• My father and I often talked about how we hoped to someday travel and visit that awe-inspiring Mt. Fuji. However, in the years following my father’s death in 2007, without a tourist guide, I could only go as far as Gotemba, which starts one of the trailheads for Mt. Fuji. Then one day I got off at Shin-Fuji Station and learned about this information center, and I started visiting here in 2013. The staff at this information center was very kind and fluent in English, so I was finally able to accomplish my late father’s wish to climb Mt. Fuji. Since then, I have visited this information center every year. Suzuki-san, a staff member at the information center, gives me recommendations for the best viewing spots at the right time of the year and provides me with updated information about the local situation, such as bus service status, so that I can enjoy Mt. Fuji. I also enjoy talking with Suzuki-san and the staff because they treat me warmly like a friend.

  • We also spoke with Suzuki-san, who has worked here for more than 10 years and in whom Yukio has complete confidence.

    Q:How do you always greet your visitors to this information center?

    A:Each visitor has different expectations of Mt. Fuji. I have lived abroad myself, so I get concerned about visitors from other countries... I try to treat them politely, even though I think it might be a little meddlesome. Sometimes I receive a pin badge or mascot of their country as a thank-you, and sometimes repeat visitors give me souvenirs, which makes me very happy.

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    A scene of guiding
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    Ms. Suzuki's name tag with souvenirs from abroad
  • Q:Are there any services unique to this information center?

    A:Since the area around the station is not convenient for transportation, we decided to recycle unneeded bicycles and offer a rental service. You can rent a bicycle for 100 yen per day. We also provide a map of the best spots to view Mt. Fuji. This service is very popular among visitors!

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    Rental bicycles
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    Hand-made map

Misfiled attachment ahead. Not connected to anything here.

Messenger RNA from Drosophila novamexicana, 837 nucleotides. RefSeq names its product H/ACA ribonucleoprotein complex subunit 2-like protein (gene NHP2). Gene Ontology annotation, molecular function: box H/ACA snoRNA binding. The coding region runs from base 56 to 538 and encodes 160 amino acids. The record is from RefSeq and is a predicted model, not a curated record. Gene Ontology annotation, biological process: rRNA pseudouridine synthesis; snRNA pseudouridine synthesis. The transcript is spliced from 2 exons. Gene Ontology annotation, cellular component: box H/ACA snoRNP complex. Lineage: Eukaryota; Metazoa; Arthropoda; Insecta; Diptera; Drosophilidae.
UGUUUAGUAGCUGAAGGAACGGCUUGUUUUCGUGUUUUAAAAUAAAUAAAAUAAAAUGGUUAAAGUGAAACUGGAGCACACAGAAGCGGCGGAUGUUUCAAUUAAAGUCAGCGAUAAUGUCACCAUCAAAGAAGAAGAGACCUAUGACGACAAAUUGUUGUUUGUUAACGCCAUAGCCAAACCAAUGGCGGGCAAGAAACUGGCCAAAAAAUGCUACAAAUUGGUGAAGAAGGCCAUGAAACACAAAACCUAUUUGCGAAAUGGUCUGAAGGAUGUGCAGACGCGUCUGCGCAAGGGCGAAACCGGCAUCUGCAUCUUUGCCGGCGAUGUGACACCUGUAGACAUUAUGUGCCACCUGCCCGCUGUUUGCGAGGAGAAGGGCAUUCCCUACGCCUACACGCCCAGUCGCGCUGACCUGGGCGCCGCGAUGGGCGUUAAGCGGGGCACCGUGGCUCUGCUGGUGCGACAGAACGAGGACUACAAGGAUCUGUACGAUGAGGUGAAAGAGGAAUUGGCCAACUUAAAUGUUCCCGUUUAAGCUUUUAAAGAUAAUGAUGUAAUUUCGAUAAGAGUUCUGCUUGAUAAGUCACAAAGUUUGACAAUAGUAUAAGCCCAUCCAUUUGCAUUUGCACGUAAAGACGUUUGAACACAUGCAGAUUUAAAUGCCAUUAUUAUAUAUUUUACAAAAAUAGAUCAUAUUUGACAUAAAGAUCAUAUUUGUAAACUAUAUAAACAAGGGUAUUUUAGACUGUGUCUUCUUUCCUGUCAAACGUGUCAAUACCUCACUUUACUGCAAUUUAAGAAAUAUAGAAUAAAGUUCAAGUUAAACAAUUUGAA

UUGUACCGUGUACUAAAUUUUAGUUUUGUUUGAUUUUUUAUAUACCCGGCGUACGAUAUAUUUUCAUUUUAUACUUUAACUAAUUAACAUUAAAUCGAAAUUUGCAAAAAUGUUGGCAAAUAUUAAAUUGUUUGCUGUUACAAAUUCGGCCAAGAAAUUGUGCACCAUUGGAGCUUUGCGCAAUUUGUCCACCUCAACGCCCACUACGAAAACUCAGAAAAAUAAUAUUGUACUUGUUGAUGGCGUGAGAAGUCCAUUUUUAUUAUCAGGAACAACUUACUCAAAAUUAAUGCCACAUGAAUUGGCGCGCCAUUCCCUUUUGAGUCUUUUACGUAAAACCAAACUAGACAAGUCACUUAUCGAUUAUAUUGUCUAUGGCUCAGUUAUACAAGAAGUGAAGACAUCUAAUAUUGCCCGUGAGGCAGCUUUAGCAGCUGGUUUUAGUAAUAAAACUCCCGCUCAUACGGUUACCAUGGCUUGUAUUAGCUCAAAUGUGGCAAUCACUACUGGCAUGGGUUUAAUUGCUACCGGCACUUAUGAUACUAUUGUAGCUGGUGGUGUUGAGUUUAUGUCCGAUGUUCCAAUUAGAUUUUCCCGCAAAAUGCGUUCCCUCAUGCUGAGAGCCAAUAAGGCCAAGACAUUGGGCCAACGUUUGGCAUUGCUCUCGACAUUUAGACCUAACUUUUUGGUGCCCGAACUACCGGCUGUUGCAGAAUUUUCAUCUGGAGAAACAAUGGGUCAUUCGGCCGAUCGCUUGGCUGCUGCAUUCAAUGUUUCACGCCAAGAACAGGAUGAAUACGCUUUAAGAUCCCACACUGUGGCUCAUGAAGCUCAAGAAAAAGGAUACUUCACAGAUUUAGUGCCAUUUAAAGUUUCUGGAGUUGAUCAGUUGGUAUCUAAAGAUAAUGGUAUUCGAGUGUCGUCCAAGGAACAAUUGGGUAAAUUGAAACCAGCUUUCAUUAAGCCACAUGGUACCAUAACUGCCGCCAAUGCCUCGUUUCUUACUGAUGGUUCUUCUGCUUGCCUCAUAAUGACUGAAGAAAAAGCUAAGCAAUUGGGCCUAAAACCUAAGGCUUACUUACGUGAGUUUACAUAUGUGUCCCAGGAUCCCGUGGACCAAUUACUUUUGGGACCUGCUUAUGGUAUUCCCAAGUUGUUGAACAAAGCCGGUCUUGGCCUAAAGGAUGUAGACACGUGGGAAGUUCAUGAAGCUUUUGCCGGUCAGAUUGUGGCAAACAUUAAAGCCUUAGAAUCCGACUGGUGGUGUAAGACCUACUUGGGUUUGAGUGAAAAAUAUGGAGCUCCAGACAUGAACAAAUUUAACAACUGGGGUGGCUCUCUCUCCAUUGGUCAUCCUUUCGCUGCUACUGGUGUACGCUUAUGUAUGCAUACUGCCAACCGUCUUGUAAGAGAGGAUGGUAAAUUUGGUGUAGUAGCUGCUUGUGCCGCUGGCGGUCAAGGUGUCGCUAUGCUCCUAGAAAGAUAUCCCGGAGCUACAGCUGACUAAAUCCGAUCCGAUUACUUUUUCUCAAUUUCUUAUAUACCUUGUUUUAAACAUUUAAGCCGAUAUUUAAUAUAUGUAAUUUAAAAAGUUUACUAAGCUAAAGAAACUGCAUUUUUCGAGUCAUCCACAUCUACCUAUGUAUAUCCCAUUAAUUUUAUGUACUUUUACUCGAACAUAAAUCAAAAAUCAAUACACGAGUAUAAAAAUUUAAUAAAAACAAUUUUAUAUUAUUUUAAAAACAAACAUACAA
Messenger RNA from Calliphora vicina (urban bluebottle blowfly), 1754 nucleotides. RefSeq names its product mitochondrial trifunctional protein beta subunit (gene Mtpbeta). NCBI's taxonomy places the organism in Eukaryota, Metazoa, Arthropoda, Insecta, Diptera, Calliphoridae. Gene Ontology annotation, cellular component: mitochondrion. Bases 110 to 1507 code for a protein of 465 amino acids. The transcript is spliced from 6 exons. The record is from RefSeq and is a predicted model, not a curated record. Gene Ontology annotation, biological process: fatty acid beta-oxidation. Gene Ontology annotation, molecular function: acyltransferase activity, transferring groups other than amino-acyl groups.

• Q:You get a lot of inquiries about Mt. Fuji. Isn’t it difficult to always provide new information and satisfy travelers?

    A:No, we always find new ways. For example, after hearing that Thai visitors particularly enjoyed seasonal flowers, we launched a new project to make the “Hana Doko map (flower locator map)” available in multiple languages with the cooperation of all concerned. This map provides visitors with information about which places have colorful flowers, the time of the season they bloom, the types of flowers there, as well as best photo spots. Hana Doko map is available at the information center, online, and even on Google Maps!

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    Hana Doko map (flower locator map)
  • Q:Personally, how do you feel about Mt. Fuji?

    A:I often say “Minna no Fujisan desu,” which means “Mt. Fuji belongs to everyone!” I feel it is my duty to help everyone enjoy this World Heritage site.

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    A scene of guiding
  • Q:What would be your message to visitors from overseas?

    A:We will do our best to help you discover the many faces of Mt. Fuji. If you are planning to visit Mt Fuji, please feel free to contact the Shin-Fuji Station Tourist Information Center!

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    Ms. Suzuki and the member of the Tourist Information Center

*The information herein is as of January 2023.

Facility information

  • Hours of Operation
  • 8:45 - 17:30
  • Holidays
  • New Year holidays (Dec. 29–Jan. 3)
  • Address
  • 〒416-0939 Shin-Fuji Station 1F, 654-10 Kawanarishima, Fuji City, Shizuoka
  • Access
  • Located inside Shin-Fuji Station
  • TEL
  • 0545-64-2430